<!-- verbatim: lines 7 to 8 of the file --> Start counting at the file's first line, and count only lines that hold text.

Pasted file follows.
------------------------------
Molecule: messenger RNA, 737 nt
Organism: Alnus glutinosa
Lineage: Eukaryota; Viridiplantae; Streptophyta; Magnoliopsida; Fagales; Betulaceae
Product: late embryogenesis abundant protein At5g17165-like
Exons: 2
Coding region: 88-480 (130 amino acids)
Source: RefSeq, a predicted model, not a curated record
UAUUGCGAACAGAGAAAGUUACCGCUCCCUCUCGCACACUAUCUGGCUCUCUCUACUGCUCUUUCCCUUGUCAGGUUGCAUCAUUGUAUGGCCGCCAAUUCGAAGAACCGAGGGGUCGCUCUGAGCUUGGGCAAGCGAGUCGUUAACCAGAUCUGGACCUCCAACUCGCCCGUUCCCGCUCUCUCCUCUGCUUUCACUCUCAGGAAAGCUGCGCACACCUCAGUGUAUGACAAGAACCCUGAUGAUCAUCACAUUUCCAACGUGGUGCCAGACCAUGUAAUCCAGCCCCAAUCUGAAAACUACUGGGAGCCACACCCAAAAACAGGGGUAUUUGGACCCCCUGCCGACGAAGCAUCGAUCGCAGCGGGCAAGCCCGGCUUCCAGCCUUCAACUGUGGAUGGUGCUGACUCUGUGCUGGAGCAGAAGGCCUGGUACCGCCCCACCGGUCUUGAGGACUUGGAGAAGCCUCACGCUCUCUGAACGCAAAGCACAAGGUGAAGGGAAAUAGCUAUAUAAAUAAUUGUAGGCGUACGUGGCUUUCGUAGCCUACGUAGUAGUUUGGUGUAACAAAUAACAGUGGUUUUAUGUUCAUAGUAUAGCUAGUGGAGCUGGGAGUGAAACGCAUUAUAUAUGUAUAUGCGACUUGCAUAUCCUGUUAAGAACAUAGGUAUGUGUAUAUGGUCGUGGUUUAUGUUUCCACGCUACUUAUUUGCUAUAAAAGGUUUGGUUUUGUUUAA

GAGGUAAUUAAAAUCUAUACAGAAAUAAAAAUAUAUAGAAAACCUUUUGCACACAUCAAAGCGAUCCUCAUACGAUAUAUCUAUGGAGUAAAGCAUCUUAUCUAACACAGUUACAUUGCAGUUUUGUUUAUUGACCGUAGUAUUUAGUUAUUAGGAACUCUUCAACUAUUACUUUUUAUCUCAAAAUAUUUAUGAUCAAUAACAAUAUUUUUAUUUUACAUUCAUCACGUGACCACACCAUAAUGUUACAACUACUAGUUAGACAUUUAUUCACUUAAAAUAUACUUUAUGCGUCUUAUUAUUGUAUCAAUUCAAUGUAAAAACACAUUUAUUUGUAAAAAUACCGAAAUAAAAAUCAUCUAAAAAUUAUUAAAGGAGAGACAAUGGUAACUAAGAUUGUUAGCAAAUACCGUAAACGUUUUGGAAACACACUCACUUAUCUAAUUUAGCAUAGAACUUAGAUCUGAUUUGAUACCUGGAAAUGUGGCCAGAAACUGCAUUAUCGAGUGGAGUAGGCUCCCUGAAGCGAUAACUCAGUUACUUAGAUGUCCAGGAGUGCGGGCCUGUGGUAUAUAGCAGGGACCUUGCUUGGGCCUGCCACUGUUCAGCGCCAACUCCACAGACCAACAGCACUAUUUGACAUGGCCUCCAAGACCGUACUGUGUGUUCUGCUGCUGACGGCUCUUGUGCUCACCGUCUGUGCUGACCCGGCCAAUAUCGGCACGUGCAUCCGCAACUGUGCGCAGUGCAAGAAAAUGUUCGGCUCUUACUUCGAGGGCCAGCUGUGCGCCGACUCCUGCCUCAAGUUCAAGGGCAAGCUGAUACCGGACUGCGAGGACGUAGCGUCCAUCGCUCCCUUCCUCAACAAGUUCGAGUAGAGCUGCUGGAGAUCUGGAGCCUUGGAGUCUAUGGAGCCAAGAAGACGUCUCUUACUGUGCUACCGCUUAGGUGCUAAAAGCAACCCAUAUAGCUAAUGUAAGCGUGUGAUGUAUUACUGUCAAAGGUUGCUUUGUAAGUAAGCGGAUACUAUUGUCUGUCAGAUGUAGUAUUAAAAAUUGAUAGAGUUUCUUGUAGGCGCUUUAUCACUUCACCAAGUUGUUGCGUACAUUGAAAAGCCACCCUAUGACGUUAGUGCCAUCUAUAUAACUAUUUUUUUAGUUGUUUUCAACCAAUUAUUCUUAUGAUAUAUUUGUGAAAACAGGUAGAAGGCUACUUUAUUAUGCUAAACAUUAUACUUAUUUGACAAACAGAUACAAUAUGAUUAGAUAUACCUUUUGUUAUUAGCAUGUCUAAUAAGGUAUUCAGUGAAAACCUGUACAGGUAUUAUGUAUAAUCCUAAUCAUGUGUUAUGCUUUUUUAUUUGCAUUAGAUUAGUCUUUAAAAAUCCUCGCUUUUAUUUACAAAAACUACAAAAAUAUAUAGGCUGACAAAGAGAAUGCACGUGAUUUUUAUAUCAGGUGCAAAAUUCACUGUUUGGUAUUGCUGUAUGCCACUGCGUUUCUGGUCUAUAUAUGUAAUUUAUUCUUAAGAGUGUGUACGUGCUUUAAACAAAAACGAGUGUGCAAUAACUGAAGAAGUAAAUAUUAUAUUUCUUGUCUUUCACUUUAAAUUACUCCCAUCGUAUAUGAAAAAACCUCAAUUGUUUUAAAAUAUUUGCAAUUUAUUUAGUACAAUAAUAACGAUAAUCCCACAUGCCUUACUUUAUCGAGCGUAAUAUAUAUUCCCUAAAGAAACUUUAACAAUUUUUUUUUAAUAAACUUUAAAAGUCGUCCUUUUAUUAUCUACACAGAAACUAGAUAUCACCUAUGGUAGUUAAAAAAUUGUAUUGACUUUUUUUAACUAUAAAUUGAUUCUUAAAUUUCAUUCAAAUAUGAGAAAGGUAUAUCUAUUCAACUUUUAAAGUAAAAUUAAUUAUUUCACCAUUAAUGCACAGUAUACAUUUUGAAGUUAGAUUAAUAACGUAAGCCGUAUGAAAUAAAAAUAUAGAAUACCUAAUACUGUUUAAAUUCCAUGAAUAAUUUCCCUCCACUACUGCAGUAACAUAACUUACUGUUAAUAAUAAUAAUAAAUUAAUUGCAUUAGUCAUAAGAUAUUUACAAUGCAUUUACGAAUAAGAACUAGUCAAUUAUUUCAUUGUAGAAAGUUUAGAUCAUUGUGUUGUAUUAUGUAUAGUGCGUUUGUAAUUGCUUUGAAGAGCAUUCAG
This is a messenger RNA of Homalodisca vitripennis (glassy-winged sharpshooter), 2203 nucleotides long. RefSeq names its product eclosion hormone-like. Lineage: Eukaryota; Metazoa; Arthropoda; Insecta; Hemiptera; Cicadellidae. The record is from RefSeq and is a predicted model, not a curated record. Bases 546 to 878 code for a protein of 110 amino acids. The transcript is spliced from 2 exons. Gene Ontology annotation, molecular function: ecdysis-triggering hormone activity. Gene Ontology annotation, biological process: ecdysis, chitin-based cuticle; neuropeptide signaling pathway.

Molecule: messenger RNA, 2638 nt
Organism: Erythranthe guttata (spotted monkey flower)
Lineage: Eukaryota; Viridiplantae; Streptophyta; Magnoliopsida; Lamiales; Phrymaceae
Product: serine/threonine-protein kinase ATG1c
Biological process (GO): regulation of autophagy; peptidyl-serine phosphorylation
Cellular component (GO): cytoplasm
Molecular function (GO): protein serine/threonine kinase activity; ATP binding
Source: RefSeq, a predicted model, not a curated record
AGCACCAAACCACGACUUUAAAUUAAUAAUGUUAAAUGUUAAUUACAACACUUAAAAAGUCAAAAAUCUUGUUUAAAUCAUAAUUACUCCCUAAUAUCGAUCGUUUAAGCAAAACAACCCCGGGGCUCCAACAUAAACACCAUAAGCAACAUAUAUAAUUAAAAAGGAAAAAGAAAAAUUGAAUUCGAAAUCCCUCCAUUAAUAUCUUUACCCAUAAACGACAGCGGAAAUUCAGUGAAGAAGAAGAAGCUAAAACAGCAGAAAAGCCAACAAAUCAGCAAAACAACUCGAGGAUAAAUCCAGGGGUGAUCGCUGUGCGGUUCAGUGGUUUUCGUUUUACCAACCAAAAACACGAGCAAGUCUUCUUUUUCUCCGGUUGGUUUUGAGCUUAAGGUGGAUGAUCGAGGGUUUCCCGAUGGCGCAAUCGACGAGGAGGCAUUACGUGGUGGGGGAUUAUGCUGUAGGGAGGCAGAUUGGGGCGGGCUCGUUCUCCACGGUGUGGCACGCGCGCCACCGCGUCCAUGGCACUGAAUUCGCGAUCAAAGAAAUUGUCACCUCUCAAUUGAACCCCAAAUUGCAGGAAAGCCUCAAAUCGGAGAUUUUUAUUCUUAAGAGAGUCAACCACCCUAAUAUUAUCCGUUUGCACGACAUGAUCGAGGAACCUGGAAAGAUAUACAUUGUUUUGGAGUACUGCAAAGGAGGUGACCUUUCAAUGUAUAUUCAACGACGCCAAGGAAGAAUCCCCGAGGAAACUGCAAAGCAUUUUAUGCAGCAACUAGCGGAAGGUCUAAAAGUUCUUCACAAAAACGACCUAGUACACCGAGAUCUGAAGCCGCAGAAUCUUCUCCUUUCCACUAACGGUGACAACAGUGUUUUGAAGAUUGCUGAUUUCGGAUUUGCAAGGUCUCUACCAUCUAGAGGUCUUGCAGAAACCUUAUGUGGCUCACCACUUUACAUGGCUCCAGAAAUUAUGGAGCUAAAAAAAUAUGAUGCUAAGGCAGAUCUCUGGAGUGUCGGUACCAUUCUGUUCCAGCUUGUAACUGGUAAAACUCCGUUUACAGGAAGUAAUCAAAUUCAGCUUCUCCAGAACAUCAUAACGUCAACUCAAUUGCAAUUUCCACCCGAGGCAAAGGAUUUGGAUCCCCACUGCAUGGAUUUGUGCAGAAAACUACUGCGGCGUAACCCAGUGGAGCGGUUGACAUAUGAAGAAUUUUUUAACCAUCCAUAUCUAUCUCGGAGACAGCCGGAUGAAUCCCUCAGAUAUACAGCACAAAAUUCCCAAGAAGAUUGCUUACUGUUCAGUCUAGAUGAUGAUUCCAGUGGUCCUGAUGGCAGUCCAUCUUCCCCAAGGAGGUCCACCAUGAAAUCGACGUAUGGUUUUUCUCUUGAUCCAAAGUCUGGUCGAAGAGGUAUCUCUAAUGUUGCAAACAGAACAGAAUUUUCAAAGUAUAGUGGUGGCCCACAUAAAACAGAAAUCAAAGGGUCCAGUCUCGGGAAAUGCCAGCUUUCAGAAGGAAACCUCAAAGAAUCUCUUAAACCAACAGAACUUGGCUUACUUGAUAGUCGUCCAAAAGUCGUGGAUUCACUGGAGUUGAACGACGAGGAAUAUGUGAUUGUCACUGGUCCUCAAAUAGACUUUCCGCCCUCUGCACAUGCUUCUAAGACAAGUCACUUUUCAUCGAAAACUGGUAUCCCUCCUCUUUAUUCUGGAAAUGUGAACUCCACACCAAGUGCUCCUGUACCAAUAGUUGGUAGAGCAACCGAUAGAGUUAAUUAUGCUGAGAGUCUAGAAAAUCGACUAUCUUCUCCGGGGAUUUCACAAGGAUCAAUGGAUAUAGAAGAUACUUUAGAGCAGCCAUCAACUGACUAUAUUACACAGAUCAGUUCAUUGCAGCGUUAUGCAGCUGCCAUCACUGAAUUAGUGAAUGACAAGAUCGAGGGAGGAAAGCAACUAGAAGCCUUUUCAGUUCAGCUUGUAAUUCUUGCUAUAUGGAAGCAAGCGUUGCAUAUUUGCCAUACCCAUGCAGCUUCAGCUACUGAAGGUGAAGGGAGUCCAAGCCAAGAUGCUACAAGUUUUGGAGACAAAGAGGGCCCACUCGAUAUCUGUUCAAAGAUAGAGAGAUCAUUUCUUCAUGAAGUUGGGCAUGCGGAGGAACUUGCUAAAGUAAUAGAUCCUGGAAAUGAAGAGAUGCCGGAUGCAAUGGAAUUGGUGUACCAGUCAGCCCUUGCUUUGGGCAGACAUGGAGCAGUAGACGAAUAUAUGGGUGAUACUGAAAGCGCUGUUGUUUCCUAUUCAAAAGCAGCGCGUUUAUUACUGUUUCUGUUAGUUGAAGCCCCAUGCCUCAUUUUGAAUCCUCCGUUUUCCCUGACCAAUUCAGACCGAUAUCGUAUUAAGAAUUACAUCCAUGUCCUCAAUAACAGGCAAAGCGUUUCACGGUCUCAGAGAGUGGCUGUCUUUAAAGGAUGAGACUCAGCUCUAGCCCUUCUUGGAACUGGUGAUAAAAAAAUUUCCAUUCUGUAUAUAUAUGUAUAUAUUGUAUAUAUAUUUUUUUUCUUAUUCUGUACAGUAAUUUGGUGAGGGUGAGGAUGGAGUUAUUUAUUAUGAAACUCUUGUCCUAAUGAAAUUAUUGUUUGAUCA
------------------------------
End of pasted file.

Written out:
Source: RefSeq, a predicted model, not a curated record
UAUUGCGAACAGAGAAAGUUACCGCUCCCUCUCGCACACUAUCUGGCUCUCUCUACUGCUCUUUCCCUUGUCAGGUUGCAUCAUUGUAUGGCCGCCAAUUCGAAGAACCGAGGGGUCGCUCUGAGCUUGGGCAAGCGAGUCGUUAACCAGAUCUGGACCUCCAACUCGCCCGUUCCCGCUCUCUCCUCUGCUUUCACUCUCAGGAAAGCUGCGCACACCUCAGUGUAUGACAAGAACCCUGAUGAUCAUCACAUUUCCAACGUGGUGCCAGACCAUGUAAUCCAGCCCCAAUCUGAAAACUACUGGGAGCCACACCCAAAAACAGGGGUAUUUGGACCCCCUGCCGACGAAGCAUCGAUCGCAGCGGGCAAGCCCGGCUUCCAGCCUUCAACUGUGGAUGGUGCUGACUCUGUGCUGGAGCAGAAGGCCUGGUACCGCCCCACCGGUCUUGAGGACUUGGAGAAGCCUCACGCUCUCUGAACGCAAAGCACAAGGUGAAGGGAAAUAGCUAUAUAAAUAAUUGUAGGCGUACGUGGCUUUCGUAGCCUACGUAGUAGUUUGGUGUAACAAAUAACAGUGGUUUUAUGUUCAUAGUAUAGCUAGUGGAGCUGGGAGUGAAACGCAUUAUAUAUGUAUAUGCGACUUGCAUAUCCUGUUAAGAACAUAGGUAUGUGUAUAUGGUCGUGGUUUAUGUUUCCACGCUACUUAUUUGCUAUAAAAGGUUUGGUUUUGUUUAA